At the moment writing is pouring out of me, but mostly broken, twisted things. I got myself a supply of sleeping pills for five nights, but the problem with sleeping pills is that the effect tends to stay in your system a lot longer. I didn't take one yesterday because I had come back to Johor and I only want to take them in KL, when I have to wake up early and work...and I tossed and turned and threw off the twisted sheets and generally made a nuisance of myself.

There is something in me, something, something, slick and slimy and writhing...that I grow so big to contain it and end up disappearing...I don't know. Nothing makes sense and I don't expect it to anymore. What I think is, plod, one foot in front of another, take the next step, do what needs to be done, just do what needs to be done and then see if you can finish it. I hate the tattered remnants of projects unfinished, unnamed, unsigned, like aborted children trailing around, their vague pale faces full of question, full of longing, full of this great big NOTHING in the centre of me.

I'm sorry for inflicting this on you, Barry. It's relentless, I know.

But you caught me in one of those moods.

Monday, April 12, 2010

My New Best Friend

One little pink goodnight
and I'm floating over my body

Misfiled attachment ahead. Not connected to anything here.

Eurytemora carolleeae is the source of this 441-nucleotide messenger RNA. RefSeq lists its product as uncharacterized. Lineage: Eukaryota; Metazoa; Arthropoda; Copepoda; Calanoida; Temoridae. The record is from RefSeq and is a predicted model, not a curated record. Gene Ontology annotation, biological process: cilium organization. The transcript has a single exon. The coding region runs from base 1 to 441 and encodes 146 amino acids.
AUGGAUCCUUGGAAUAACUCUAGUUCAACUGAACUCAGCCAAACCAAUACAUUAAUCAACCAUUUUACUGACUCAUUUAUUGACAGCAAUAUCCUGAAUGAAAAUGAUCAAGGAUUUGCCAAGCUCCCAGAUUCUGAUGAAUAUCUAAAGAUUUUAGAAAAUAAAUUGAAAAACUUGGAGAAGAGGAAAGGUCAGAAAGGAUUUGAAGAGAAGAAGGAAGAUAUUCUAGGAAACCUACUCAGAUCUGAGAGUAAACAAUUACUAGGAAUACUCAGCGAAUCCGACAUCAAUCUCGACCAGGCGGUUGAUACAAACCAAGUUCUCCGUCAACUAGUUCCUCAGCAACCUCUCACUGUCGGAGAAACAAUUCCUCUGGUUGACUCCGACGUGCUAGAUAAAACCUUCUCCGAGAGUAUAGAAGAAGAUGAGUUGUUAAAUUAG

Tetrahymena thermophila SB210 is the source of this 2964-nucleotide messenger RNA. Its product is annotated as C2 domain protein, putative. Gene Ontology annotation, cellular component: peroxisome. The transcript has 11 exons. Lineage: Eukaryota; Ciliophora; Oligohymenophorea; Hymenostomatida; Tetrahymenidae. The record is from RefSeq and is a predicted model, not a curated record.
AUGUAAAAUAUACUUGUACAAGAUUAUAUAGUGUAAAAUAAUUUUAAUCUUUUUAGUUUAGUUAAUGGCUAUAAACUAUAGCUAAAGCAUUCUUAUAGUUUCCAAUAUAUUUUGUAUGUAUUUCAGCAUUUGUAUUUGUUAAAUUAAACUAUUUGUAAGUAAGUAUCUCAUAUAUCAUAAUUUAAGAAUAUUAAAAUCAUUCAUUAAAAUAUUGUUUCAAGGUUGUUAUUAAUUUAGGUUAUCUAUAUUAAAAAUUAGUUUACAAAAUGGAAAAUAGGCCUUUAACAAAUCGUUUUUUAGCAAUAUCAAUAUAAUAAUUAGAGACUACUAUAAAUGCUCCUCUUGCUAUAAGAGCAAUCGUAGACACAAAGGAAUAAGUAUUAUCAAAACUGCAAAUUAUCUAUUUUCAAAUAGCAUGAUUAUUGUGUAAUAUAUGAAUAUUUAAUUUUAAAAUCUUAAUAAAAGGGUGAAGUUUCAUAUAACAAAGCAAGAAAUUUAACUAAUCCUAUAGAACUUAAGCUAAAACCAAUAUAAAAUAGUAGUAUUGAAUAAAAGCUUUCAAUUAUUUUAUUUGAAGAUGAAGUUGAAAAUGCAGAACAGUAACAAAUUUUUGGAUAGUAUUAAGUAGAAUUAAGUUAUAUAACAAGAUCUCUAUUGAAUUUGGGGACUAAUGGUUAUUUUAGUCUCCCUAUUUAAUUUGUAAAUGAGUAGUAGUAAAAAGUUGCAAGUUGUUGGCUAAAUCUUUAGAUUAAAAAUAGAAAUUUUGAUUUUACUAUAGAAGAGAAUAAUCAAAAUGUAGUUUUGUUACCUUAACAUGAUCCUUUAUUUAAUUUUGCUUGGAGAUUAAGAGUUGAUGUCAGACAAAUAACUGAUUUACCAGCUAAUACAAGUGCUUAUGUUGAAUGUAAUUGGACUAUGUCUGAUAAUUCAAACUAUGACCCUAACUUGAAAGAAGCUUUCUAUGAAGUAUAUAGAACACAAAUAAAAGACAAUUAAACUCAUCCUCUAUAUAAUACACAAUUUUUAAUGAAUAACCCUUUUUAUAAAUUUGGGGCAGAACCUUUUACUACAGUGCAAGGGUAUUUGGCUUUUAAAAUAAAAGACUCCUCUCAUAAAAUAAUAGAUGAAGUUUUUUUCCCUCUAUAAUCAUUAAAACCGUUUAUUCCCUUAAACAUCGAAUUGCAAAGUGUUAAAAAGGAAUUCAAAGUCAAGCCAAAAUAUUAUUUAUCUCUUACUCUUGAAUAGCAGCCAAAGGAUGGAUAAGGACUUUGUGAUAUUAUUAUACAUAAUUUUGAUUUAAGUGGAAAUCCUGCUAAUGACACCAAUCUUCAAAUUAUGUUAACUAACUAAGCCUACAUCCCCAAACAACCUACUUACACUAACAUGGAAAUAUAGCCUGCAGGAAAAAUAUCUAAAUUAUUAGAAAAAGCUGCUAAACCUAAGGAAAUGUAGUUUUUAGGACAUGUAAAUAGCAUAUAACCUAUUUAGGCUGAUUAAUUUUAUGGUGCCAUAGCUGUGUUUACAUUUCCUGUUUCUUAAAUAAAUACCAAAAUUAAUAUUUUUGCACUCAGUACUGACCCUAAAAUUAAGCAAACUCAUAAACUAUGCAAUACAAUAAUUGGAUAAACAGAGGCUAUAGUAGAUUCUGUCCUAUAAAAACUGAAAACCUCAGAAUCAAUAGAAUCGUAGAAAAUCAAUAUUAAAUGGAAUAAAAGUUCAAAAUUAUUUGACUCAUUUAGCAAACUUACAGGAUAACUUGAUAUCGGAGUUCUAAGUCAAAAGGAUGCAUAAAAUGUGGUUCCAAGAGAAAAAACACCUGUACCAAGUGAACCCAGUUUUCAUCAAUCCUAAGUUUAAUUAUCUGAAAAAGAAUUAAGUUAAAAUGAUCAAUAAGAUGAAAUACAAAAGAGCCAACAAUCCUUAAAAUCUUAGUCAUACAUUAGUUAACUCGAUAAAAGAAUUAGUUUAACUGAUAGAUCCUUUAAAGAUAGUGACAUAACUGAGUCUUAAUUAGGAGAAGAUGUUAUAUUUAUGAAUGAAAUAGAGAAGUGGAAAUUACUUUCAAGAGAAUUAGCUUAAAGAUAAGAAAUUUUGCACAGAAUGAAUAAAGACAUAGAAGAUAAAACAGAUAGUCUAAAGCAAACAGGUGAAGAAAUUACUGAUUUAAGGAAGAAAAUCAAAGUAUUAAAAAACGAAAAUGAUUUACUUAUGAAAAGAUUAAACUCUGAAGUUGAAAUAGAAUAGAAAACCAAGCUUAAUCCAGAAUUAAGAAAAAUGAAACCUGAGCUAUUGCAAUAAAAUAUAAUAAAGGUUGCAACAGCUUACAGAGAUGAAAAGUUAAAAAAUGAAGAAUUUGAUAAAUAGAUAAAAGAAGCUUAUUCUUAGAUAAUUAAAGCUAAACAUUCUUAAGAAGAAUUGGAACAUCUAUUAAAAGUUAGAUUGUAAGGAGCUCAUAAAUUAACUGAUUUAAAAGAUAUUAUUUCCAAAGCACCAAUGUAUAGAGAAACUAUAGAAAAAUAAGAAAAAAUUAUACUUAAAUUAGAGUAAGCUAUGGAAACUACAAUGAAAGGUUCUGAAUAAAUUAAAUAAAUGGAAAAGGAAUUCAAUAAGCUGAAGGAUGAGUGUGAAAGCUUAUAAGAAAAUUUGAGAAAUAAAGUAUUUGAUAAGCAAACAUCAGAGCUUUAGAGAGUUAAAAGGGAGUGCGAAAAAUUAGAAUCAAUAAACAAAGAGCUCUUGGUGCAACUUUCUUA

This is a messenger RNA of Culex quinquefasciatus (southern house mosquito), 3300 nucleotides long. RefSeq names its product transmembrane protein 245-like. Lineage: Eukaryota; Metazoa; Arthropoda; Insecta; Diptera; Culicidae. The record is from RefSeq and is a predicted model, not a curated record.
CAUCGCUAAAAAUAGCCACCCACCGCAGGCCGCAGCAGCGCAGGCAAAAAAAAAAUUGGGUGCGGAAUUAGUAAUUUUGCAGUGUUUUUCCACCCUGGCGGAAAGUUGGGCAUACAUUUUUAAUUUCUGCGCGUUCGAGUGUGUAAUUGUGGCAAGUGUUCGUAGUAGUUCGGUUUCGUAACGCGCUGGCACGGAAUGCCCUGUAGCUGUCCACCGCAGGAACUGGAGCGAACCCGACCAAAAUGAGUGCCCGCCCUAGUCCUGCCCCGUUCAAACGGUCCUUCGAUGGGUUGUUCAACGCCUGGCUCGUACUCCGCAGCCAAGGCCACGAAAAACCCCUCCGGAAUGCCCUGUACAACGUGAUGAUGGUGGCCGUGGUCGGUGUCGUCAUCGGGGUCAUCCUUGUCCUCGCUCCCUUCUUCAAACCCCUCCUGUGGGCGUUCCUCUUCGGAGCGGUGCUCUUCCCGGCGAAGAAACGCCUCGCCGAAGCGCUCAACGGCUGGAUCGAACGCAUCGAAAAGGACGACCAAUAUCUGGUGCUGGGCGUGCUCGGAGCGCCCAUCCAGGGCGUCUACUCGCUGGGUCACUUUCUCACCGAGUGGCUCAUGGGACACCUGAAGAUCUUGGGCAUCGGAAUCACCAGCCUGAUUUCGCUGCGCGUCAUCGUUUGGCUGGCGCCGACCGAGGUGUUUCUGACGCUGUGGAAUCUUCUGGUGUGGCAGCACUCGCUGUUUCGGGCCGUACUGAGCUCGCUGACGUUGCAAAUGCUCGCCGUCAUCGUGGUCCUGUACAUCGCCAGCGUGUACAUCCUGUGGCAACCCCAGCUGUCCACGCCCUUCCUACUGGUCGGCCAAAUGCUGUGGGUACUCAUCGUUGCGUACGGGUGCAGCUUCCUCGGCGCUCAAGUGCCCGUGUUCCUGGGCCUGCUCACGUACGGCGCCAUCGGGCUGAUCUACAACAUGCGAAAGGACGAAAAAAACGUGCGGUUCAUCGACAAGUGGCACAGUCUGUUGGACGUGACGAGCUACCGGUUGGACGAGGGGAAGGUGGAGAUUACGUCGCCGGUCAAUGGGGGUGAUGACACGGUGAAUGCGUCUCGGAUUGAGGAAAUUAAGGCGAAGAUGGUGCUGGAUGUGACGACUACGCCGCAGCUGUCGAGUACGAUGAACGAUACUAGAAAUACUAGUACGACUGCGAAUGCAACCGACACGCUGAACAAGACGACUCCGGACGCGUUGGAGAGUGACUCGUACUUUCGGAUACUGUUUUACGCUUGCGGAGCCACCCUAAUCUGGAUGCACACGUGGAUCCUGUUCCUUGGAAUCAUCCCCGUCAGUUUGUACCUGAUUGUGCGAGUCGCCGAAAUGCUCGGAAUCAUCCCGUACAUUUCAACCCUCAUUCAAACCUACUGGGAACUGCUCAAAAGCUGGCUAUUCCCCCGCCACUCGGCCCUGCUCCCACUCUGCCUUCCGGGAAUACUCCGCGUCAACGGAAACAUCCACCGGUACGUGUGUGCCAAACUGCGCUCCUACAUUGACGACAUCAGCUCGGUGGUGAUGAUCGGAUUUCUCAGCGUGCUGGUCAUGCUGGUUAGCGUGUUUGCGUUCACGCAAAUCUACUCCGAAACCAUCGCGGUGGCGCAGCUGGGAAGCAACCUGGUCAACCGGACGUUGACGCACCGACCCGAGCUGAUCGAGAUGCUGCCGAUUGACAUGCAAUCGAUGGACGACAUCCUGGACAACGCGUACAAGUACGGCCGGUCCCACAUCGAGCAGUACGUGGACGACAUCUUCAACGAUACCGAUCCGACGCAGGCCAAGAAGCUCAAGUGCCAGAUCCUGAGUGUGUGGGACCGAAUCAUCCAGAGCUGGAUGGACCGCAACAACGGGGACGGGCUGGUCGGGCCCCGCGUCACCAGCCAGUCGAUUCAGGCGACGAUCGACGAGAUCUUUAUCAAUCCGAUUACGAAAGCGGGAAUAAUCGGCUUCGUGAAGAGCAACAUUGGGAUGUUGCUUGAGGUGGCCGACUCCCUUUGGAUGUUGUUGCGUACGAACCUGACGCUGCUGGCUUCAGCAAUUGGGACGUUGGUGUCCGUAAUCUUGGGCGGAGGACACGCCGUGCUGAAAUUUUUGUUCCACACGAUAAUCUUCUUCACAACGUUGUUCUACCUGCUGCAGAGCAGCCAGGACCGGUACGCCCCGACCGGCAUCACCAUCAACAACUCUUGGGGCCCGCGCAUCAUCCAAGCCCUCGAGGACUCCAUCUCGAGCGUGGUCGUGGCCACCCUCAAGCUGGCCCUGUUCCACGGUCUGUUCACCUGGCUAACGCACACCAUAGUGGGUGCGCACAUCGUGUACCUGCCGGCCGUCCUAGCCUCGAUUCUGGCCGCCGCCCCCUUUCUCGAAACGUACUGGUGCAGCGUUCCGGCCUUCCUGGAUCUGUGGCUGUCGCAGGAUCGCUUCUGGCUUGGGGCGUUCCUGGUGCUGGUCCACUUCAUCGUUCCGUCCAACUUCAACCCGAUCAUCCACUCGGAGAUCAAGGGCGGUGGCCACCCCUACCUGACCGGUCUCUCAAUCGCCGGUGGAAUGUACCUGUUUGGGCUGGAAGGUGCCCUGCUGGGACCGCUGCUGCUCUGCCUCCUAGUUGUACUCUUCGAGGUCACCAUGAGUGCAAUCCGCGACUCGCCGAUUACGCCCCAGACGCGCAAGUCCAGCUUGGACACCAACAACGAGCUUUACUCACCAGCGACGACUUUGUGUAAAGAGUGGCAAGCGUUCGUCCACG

trying to absorb the intricacies
of financing the roads we travel
the highways
the byways
and the little roads between.

My own road story
to be written by talking to
cotton heads nodding over
glasses of water
or sneezing over
dusty reports
churning out words
I don't care to read.

Not like Kerouac
who took off on his own journey
who imbibed the necessary
I want some of that
I want to drink
and write
and drink
and write

and hang by a thread

and fall

and fall

and fall

and fall...

I'd like to make myself believe
that planet Earth turns slowly
it's hard to say I'd rather stay awake
when I'm asleep
cos everything is never as it seems

And Kerouac told me to
Accept loss forever
Loss? I can't feel it now
Pain? I can't feel it now
I'm in the air looking on
at the body scored and riven
wondering what it's going to feel like
to crash all the way back down




I'll set my alarm now.


Saturday, April 10, 2010


Can't you stay a few days? You're just what I need Ben, because I - I have a fine position here, but I - well Dad left when I was such a baby and I never had the chance to talk to him and I still feel - kind of temporary about myself. Willy Loman, Death of a Salesman.

She stands a little ways away
looking in through the window
always on the outside
looking in.

I live a borrowed life, she says,
Unresolved, temporary
on someone else's time
floating over heads
like a thought

And she wonders
what it's like to breathe
to feel her chords vibrate
and words carry over the emptiness
filling the space between.

And she wonders
what it's like to occupy space
solid in this wooden chair
in this anonymous bar
full of people
empty of dreams.

And she wonders
what it's like
to have more weight
than a passing shadow.

Forever on the outside
looking in
she'll never know.

Lodged Between the Cracks